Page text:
[imgcontainer right] [img:Stanley+Nelson.jpg] Stanley Nelson, publisher of the Concordia Sentinel in Ferriday, Louisiana, was a Pulitzer Prize finalist for his coverage of a murder committed in 1964. [/imgcontainer]

Stanley Nelson, editor of the weekly Concordia Sentinel in Ferriday, Louisiana, was a finalist for the Pulitzer Prize Monday. Nelson was honored in the “local reporting” category for the stories he wrote about the unsolved murder of Frank Morris. 

On December 10, 1964, Morris’ shoe repair shop in Ferriday was burned. Morris was still in the building and injuries he received killed him four days later. It was widely believed that Morris was killed by the Ku Klux Klan. 

Nelson has written about 150 stories about the murder, including one that identified a suspect. Spurred by Nelson’s reporting, a grand jury is meeting now.

•Christie Vilsack is running for Congress in Iowa. That (last) name might be familiar. She is married to Tom Vilsack, former Iowa governor and currently the Secretary of the U.S. Department of Agriculture.

Ms. Vilsack will move to Ames, Iowa, where she will reside in the same district as Republican Rep. Steve King. 

• People are giving up their landlines — and that’s happening more in poorer states. The National Center for Health Statistics reported 40% of adults living in poverty use only cell phones, compared with 21% of adults with incomes that are higher. 

As a result, Arkansas and Mississippi have the highest concentration of people who have abandoned land lines (at 35.2% and 35.1%, respectively). They are followed by Texas, North Dakota, Idaho and Kentucky, all of which have more than 30% of their adult populations living without landlines. 

•Cassandra Heyne, at Rural Telecommentary, has a rundown on comments filed with the Federal Communications Commission on the Universal Service Fund and the Connect America Fund. Cassandra has done a lot of work here. 

• Retail meat prices in March were more than 10 percent higher than a year ago, the largest increase in nearly 7 years, according to Brownfield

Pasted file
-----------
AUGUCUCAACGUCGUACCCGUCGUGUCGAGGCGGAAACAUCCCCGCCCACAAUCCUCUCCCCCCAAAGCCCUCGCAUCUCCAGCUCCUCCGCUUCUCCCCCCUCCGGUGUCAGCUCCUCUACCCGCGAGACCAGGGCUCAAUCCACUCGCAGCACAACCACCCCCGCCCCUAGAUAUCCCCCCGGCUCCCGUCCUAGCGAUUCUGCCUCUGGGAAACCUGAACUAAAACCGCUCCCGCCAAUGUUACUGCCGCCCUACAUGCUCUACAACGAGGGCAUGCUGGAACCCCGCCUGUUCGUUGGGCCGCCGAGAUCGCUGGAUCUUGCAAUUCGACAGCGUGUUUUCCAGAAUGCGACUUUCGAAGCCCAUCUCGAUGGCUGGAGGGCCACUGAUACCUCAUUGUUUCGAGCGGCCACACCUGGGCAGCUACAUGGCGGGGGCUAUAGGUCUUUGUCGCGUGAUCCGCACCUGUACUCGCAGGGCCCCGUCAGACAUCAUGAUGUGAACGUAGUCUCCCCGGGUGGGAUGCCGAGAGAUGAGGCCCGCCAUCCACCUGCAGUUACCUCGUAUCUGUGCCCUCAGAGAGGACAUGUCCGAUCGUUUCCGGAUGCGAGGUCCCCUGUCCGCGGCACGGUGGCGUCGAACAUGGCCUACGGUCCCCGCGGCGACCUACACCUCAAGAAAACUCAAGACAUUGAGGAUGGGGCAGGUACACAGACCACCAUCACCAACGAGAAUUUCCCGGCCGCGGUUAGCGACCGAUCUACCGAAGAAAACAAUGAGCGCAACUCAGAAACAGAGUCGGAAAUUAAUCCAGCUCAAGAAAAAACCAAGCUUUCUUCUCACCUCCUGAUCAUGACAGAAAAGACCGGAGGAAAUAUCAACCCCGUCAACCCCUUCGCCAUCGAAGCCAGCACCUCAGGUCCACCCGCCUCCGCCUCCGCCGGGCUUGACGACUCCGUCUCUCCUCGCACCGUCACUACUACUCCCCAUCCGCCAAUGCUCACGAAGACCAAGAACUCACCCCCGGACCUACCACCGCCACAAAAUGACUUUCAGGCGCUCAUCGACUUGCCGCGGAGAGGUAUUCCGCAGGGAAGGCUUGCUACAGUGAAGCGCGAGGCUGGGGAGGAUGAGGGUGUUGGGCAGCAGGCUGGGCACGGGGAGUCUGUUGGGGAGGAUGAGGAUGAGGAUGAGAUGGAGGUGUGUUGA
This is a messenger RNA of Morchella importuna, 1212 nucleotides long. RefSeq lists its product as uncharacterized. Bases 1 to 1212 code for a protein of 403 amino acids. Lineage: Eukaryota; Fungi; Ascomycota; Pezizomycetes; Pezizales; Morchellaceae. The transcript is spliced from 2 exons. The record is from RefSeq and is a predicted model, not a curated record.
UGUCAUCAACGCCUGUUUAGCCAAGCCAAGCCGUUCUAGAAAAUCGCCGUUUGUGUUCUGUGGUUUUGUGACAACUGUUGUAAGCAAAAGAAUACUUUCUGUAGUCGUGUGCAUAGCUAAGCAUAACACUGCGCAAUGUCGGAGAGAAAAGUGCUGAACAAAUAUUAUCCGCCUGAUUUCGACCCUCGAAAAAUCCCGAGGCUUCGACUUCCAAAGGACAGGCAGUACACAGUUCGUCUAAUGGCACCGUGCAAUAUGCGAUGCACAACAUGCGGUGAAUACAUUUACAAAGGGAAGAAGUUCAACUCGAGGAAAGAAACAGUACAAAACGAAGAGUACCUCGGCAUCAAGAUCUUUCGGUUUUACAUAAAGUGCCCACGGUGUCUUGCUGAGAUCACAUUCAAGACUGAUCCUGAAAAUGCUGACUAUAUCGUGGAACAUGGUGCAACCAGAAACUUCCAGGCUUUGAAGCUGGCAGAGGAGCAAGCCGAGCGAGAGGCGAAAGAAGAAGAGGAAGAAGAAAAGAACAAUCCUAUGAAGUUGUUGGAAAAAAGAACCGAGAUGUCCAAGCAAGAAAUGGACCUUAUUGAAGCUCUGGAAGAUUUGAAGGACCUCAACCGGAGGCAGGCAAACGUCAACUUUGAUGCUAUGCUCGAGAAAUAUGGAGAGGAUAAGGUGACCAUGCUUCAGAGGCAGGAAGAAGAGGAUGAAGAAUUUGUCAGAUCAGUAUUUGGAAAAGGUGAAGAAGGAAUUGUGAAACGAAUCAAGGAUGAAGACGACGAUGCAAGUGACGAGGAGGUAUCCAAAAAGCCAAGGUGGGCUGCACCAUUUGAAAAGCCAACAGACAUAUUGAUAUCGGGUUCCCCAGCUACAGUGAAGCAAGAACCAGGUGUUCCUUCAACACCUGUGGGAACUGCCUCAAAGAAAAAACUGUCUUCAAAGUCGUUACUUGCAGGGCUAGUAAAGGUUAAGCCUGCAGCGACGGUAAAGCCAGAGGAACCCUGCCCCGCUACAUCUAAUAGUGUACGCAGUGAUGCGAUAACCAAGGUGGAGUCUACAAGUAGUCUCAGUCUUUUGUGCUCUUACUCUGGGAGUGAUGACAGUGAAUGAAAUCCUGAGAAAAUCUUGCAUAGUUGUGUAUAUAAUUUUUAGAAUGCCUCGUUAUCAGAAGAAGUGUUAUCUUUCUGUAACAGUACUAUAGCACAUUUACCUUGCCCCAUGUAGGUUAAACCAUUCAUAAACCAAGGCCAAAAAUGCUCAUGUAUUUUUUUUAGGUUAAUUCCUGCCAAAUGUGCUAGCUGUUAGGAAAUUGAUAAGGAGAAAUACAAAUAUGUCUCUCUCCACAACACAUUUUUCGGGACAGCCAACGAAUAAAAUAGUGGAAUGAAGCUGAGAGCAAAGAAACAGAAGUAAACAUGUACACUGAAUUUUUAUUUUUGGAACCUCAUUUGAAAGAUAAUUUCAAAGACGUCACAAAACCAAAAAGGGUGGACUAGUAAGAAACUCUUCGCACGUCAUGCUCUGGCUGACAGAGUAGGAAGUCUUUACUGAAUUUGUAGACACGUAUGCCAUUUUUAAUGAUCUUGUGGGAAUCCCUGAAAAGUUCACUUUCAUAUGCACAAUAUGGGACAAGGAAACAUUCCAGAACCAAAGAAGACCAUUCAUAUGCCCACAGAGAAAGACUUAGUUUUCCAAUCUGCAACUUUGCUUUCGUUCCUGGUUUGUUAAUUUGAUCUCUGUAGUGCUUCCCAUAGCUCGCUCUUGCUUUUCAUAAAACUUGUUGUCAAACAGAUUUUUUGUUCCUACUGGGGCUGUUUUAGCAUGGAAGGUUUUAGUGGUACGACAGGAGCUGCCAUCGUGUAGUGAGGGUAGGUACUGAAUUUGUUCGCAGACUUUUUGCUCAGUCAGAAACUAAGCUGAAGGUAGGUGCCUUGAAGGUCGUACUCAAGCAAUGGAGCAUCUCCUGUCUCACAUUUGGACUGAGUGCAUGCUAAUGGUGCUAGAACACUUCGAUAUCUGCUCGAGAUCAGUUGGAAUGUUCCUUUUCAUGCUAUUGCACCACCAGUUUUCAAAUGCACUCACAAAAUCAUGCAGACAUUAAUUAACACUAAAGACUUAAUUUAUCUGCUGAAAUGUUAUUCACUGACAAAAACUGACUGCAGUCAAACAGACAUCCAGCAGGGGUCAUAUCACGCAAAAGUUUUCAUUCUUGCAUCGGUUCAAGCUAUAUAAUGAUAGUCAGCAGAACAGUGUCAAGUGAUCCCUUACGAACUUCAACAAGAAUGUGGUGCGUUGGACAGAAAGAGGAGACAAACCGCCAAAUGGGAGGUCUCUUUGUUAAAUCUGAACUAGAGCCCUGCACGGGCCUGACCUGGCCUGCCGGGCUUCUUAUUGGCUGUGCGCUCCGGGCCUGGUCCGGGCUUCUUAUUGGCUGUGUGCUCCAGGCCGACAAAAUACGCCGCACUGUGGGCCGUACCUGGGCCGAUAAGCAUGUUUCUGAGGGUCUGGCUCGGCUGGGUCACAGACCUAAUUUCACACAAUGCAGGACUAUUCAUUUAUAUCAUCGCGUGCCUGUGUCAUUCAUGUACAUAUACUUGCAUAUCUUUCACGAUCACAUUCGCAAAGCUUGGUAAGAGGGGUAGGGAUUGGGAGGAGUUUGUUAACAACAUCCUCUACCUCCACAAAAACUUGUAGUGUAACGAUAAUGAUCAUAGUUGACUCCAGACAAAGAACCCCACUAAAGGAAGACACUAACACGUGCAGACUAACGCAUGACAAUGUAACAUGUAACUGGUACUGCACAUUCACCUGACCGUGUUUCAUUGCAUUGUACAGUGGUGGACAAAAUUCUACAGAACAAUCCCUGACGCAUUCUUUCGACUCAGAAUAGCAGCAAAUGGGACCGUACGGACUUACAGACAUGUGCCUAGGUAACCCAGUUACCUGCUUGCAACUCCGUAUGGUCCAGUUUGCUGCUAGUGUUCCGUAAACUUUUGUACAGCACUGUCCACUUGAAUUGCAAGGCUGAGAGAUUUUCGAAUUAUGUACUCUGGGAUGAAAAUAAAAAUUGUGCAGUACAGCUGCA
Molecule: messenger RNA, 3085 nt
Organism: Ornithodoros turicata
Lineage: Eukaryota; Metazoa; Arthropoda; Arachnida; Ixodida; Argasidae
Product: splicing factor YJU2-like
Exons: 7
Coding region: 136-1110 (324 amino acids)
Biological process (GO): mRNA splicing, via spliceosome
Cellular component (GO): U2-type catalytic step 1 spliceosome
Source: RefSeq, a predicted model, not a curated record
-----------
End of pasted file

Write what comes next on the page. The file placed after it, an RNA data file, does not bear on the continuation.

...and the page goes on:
• People have such a crazy notion of what rural means. Here is a story titled “Biotech’s Missed Opportunity: Small-Town and Rural America.” Sounds good. The author, Luke Timmerman, is pitching small towns and rural areas as places where bio-tech research can thrive. Sounds better. 

“(T)his industry needs to start thinking more about millions of people who are mostly an afterthought today,” Timmerman writes. “I’m talking about people who live in America’s small cities and rural areas.”

The thought came to the Seattle resident “after I traveled to a place just 270 miles from home, yet a world away—Spokane, WA (population 208,000).” Hmmmm, so rural equals Spokane, the 100th largest city in the U.S.

The Nation ticks off a list of super rich who use their “farms” as a tax deduction. 

For instance, Michael Dell (of the computer company) saves $1 million on his 1,757 acre ranch outside of Austin, Texas, because it is used at times for hunting. Steve Forbes collects an ag exemption for his estate in New Jersey.

The Nation’s point is that while schools are cutting budgets, it’s a little silly to give Michael Dell a tax break for the “agricultural” use of his land. 

• A BBC reporter visits rural Scotland to talk to voters and finds that the big issues there are familiar to those of us here — roads, jobs and the hours when the post office is open. 

• Fujitsu Ltd. says it will build a fiber-optic network to deliver fast broadband to five million households in rural Britain. 

The company will invest up to $3.2 billion; just over $800 million will come from the United Kingdom. U.K. Communication Minister Ed Vaizey said: “Creating this super-fast broadband network will help improve the economic and social prospects of the homes and businesses where high-speed Internet access remains just a dream.”

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